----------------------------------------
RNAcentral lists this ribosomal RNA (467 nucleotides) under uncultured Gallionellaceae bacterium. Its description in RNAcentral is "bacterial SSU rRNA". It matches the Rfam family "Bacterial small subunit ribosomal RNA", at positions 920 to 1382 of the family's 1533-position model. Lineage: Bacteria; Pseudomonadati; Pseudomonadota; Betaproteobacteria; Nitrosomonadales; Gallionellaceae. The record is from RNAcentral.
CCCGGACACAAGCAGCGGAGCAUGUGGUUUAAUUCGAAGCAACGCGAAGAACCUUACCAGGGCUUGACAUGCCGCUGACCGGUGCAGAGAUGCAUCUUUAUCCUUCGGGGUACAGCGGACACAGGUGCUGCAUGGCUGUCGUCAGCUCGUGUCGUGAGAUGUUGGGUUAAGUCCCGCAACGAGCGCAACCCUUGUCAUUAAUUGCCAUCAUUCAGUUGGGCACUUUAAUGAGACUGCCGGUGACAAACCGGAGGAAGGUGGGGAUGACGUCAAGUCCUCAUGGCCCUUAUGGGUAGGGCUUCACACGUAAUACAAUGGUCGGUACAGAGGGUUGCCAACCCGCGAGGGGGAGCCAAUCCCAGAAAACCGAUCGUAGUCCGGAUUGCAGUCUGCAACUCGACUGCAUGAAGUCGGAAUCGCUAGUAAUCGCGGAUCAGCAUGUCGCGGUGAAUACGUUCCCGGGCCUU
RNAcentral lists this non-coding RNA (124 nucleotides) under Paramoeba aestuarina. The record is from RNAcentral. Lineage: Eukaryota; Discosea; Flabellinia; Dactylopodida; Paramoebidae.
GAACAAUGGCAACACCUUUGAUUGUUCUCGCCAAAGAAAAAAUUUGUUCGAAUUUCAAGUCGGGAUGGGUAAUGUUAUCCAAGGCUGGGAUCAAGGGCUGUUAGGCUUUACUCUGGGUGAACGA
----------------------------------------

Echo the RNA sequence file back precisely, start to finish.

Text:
RNAcentral lists this ribosomal RNA (467 nucleotides) under uncultured Gallionellaceae bacterium. Its description in RNAcentral is "bacterial SSU rRNA". It matches the Rfam family "Bacterial small subunit ribosomal RNA", at positions 920 to 1382 of the family's 1533-position model. Lineage: Bacteria; Pseudomonadati; Pseudomonadota; Betaproteobacteria; Nitrosomonadales; Gallionellaceae. The record is from RNAcentral.
CCCGGACACAAGCAGCGGAGCAUGUGGUUUAAUUCGAAGCAACGCGAAGAACCUUACCAGGGCUUGACAUGCCGCUGACCGGUGCAGAGAUGCAUCUUUAUCCUUCGGGGUACAGCGGACACAGGUGCUGCAUGGCUGUCGUCAGCUCGUGUCGUGAGAUGUUGGGUUAAGUCCCGCAACGAGCGCAACCCUUGUCAUUAAUUGCCAUCAUUCAGUUGGGCACUUUAAUGAGACUGCCGGUGACAAACCGGAGGAAGGUGGGGAUGACGUCAAGUCCUCAUGGCCCUUAUGGGUAGGGCUUCACACGUAAUACAAUGGUCGGUACAGAGGGUUGCCAACCCGCGAGGGGGAGCCAAUCCCAGAAAACCGAUCGUAGUCCGGAUUGCAGUCUGCAACUCGACUGCAUGAAGUCGGAAUCGCUAGUAAUCGCGGAUCAGCAUGUCGCGGUGAAUACGUUCCCGGGCCUU
RNAcentral lists this non-coding RNA (124 nucleotides) under Paramoeba aestuarina. The record is from RNAcentral. Lineage: Eukaryota; Discosea; Flabellinia; Dactylopodida; Paramoebidae.
GAACAAUGGCAACACCUUUGAUUGUUCUCGCCAAAGAAAAAAUUUGUUCGAAUUUCAAGUCGGGAUGGGUAAUGUUAUCCAAGGCUGGGAUCAAGGGCUGUUAGGCUUUACUCUGGGUGAACGA